In this case, Mike Specht has already done an excellent job providing information regarding the Louisville Slugger factory records as they relate to Speaker. In fact, here is a post Mike made a while back that enabled collectors to see exactly what information exists directly from Louisville Slugger:

    http://www.gameuseduniverse.com/vb_forum/showpost.php?p=17755&postcount=16


    Jim Caravello also made a statement that is particularly germane in regards to an evaluation of these records. That is, “These records provide insight, to varying degrees, of individual player's ordering patterns. The closer a bat falls into a player's ordering patterns, the higher the comfort level for the collector. The further it falls away from a player's established patterns, the collector's comfort level diminishes.” In this case, the factory records from that period, while obviously not complete, are so far removed from what Speaker is “known” to order, that we believe it is not likely this bat was used by Speaker.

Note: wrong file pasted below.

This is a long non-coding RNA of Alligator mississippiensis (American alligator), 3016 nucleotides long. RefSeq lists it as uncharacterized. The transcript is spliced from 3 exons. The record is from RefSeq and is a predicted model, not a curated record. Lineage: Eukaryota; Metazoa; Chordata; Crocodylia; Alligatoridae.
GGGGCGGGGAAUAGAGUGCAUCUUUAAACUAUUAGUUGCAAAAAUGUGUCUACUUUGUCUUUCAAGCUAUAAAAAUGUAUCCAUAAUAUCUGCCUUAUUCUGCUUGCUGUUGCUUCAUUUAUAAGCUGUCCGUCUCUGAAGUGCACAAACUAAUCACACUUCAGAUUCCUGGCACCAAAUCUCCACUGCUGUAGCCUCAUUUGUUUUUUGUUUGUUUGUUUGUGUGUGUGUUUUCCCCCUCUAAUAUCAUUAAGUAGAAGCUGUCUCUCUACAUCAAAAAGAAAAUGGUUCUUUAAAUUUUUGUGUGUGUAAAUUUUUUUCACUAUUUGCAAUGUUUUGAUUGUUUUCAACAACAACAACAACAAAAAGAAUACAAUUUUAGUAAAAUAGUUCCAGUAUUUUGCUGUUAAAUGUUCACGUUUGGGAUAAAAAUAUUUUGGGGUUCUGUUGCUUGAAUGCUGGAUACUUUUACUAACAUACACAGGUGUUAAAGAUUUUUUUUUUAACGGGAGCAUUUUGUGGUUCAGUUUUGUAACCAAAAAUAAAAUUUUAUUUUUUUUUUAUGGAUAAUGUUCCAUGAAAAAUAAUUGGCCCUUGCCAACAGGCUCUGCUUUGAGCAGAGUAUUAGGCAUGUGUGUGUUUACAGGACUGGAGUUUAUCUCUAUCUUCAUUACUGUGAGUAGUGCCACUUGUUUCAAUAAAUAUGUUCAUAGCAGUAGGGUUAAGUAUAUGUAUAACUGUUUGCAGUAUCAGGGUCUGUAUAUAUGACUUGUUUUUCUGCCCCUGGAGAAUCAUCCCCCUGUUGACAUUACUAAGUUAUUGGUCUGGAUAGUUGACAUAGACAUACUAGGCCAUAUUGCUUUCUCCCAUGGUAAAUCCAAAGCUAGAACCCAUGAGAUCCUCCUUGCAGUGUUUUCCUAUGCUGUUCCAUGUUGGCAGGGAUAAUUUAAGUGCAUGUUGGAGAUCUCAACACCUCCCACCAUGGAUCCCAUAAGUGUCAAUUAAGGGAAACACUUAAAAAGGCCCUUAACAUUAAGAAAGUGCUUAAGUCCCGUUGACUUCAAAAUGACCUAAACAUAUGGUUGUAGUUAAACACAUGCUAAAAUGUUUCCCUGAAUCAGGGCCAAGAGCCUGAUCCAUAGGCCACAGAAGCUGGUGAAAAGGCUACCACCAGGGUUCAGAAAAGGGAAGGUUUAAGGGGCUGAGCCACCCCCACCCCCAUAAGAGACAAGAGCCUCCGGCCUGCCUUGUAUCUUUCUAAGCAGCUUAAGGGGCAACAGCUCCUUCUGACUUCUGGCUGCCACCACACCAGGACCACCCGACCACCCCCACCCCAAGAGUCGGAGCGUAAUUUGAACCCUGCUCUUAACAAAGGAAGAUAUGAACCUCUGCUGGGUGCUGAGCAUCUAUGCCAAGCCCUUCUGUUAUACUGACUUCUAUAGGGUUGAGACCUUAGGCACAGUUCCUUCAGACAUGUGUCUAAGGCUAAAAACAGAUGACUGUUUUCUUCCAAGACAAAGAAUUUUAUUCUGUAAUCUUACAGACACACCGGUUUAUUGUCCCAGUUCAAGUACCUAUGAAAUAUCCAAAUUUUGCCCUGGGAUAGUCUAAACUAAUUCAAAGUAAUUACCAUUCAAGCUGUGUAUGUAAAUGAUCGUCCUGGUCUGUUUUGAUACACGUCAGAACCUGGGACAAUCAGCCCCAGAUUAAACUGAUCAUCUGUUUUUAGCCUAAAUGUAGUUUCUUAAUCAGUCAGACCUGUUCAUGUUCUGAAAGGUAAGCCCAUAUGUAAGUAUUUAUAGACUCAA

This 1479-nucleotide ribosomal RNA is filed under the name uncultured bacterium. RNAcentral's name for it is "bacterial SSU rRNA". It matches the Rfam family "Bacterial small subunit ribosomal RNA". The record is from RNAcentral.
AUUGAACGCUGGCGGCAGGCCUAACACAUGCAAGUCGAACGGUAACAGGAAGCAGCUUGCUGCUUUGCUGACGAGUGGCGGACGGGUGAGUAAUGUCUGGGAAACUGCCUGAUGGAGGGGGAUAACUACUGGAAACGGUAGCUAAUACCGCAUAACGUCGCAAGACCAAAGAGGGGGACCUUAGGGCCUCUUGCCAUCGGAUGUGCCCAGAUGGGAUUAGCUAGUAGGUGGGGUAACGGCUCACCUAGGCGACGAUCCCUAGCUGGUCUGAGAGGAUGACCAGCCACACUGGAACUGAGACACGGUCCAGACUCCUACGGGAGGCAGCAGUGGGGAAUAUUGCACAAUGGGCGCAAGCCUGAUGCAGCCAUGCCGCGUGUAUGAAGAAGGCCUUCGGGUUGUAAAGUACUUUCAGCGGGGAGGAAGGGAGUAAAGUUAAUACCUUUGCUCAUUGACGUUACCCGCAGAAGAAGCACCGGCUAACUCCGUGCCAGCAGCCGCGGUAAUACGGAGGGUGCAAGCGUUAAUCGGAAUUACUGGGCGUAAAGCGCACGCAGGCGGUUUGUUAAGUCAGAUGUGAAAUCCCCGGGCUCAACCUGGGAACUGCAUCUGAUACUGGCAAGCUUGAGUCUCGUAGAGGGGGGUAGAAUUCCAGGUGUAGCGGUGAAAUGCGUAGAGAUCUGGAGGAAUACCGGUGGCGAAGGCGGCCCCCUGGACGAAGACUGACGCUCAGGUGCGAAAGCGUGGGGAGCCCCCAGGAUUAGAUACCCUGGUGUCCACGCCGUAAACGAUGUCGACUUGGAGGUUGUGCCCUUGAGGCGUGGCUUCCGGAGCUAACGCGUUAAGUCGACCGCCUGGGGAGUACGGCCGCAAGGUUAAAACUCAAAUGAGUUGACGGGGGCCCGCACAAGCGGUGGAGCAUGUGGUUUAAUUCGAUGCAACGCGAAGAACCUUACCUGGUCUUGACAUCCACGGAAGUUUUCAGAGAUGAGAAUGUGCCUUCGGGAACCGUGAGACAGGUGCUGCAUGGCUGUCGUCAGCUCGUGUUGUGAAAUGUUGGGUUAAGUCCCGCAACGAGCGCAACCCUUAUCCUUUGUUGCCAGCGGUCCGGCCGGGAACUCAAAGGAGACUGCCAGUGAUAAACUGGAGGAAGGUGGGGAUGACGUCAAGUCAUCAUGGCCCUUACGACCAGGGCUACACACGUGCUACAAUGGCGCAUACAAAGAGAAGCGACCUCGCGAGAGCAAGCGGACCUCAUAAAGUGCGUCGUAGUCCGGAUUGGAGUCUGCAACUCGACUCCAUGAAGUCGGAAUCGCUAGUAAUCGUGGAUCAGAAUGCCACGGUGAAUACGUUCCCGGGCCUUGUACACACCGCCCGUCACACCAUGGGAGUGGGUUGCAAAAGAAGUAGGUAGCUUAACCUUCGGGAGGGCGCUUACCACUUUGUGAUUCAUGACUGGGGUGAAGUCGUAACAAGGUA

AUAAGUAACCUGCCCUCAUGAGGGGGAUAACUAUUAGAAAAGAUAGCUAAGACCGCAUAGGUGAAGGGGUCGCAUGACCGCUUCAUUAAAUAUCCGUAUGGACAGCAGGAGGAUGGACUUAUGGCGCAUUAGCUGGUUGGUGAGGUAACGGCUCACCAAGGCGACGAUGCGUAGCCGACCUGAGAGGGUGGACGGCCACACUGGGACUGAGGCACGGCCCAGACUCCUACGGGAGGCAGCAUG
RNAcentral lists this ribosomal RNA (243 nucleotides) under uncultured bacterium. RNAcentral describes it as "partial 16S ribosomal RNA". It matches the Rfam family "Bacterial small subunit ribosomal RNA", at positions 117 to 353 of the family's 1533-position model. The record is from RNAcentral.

In addition to the ledger entries, Vince Malta has personally shown me the factory bat diagrams for Speaker and they were consistently 35”. I actually saw the diagrams with my own eyes. While Jim Caravello has pointed out there apparently may also be one diagrammed at 34”, these lengths are so far removed from the length of the bat in question (32 ¼ inches) that it definitely affects our opinion of Speaker potentially using it. Consider this bat is 1 ¾” less than the shortest known diagram and 2 ¾” less than the typical length diagrammed for Speaker. Is it “possible”? Sure. Is it “probable”? We don’t think so. And that is exactly the point. If this information was disclosed, we never would have touched this bat.